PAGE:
Who's Gonna Love Me Now?

Directors: Tomer Heymann, Barak Heymann
Israel, UK, 2016, 86', DCP, color
English, Hebrew with Turkish subtitles

Filmmakers Tomer & Barak Heymann dig deep into the themes of manhood, religion, family and sex in this documentary about Saar Maoz, an HIV-positive gay man who is torn between his “out” life as a member of the London Gay Men’s Chorus and his desire to reconnect with his Jewish Orthodox family in Israel. The film captures the journey of a man striving to maintain his true self as he navigates two very different worlds.

It Kinda Scares Me

It Kinda Scares Me

Paper Dolls

Paper Dolls

I Shot My Love

I Shot My Love

The Queen Has No Crown

The Queen Has No Crown

Mr. Gaga

Mr. Gaga

Who's Gonna Love Me Now?

Who's Gonna Love Me Now?

I Copy Therefore I Am

I Copy Therefore I Am

Suggesting alternative models for new social and economic systems, SUPERFLEX works appear before us as energy systems, beverages, sculptures, copies, hypnosis sessions, infrastructure, paintings, plant nurseries, contracts, or specifically designed public spaces.

Good News from the Skies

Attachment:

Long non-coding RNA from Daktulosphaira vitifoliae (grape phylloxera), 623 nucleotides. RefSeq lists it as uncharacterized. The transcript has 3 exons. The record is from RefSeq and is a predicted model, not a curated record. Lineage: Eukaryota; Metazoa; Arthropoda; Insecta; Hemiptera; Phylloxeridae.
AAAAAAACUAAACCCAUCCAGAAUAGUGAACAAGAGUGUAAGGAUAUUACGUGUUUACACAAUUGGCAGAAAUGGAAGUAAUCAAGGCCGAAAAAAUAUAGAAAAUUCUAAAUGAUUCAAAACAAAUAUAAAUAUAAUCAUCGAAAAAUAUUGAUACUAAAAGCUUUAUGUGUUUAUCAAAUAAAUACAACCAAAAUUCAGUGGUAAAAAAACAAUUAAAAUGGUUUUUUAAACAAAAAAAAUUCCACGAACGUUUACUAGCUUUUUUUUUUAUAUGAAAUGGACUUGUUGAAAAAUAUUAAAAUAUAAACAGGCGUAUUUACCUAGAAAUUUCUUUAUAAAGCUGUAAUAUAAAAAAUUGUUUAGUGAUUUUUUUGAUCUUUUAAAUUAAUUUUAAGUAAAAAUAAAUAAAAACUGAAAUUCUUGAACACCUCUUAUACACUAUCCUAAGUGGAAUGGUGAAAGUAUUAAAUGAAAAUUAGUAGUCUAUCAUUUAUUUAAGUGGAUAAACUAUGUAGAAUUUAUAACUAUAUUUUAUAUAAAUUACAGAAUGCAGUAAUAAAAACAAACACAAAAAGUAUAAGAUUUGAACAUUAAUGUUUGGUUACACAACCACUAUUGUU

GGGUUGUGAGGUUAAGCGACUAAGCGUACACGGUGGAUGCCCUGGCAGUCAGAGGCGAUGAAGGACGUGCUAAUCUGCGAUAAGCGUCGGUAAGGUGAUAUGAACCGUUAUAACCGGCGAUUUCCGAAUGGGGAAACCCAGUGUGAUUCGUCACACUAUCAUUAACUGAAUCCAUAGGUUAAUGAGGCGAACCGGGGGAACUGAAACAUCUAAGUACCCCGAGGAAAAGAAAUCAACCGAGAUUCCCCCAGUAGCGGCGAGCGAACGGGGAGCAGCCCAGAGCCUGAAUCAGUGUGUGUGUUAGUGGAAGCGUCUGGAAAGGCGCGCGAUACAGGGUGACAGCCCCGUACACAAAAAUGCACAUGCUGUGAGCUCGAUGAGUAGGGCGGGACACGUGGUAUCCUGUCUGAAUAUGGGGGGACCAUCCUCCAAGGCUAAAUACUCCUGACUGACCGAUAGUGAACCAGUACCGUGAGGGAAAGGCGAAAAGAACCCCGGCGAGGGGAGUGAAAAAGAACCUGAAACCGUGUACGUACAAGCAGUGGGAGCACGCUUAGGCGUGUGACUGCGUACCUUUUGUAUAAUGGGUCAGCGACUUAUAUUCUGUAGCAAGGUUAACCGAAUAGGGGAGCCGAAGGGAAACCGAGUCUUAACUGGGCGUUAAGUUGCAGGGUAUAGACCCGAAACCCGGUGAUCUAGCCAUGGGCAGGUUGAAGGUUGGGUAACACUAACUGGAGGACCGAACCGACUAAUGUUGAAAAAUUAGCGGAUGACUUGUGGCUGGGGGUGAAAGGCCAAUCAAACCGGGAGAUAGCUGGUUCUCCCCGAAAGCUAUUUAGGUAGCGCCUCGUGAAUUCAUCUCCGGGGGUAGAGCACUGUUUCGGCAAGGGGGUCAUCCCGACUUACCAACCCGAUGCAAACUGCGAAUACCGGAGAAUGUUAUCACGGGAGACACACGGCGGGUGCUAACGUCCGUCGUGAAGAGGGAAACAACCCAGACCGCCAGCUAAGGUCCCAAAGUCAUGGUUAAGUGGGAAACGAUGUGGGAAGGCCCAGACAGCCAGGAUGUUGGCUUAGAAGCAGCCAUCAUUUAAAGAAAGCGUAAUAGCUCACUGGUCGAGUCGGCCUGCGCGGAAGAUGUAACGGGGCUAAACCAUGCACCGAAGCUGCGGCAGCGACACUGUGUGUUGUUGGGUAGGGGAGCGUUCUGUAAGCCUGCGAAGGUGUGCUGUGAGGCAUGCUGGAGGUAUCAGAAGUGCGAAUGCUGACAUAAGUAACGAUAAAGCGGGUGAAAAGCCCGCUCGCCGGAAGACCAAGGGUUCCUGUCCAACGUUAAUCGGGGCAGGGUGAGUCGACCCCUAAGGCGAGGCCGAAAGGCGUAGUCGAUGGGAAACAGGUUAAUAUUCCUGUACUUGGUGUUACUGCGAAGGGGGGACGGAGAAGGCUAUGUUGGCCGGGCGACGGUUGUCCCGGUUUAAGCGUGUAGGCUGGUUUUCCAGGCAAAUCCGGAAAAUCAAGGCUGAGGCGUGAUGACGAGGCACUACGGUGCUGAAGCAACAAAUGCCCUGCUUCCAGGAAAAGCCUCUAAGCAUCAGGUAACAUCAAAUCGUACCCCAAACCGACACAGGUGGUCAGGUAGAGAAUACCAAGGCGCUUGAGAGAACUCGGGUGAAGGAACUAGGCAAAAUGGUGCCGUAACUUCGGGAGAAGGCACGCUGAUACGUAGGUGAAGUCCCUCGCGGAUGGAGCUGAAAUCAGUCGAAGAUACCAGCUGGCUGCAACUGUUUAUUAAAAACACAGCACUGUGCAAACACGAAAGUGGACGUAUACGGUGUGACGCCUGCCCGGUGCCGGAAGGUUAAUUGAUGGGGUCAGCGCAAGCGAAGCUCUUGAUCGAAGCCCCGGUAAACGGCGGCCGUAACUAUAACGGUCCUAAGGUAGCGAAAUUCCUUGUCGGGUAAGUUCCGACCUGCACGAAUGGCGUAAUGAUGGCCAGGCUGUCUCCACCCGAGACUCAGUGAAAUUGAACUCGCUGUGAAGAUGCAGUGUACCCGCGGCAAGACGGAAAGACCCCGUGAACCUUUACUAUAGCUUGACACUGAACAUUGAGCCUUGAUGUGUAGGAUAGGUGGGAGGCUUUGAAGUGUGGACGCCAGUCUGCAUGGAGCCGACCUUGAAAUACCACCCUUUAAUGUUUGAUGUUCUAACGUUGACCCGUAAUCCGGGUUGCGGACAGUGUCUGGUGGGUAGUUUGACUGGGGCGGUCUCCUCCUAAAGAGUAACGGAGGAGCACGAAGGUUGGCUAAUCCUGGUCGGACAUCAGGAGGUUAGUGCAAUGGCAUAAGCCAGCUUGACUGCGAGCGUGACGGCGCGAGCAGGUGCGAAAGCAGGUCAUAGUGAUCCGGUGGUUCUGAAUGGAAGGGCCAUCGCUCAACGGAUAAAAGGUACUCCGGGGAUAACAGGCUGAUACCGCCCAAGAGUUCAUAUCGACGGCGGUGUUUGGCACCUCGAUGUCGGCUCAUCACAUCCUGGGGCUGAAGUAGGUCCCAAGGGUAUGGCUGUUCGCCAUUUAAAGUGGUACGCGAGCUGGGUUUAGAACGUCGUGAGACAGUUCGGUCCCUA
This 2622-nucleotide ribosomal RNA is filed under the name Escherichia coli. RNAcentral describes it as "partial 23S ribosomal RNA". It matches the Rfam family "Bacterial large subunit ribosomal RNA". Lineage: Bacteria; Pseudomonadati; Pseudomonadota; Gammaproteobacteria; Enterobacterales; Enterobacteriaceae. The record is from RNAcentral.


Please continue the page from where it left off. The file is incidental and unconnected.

Good News from the Skies

Inspired by the exhibition And Now the Good News, which focusing on the relationship between mass media and art, we prepared horoscope readings based on the chapters of the exhibition. Using the popular astrological language inspired by the effects of the movements of celestial bodies on people, these readings with references to the works in the exhibition make fictional future predictions inspired by the horoscope columns that we read in the newspapers with the desire to receive good news about our day. 

The Ottoman Way of Serving Coffee

The Ottoman Way of Serving Coffee

Coffee was served with much splendor at the harems of the Ottoman palace and mansions. First, sweets (usually jam) was served on silverware, followed by coffee serving. The coffee jug would be placed in a sitil (brazier), which had three chains on its sides for carrying, had cinders in the middle, and was made of tombac, silver or brass. The sitil had a satin or silk cover embroidered with silver thread, tinsel, sequin or even pearls and diamonds.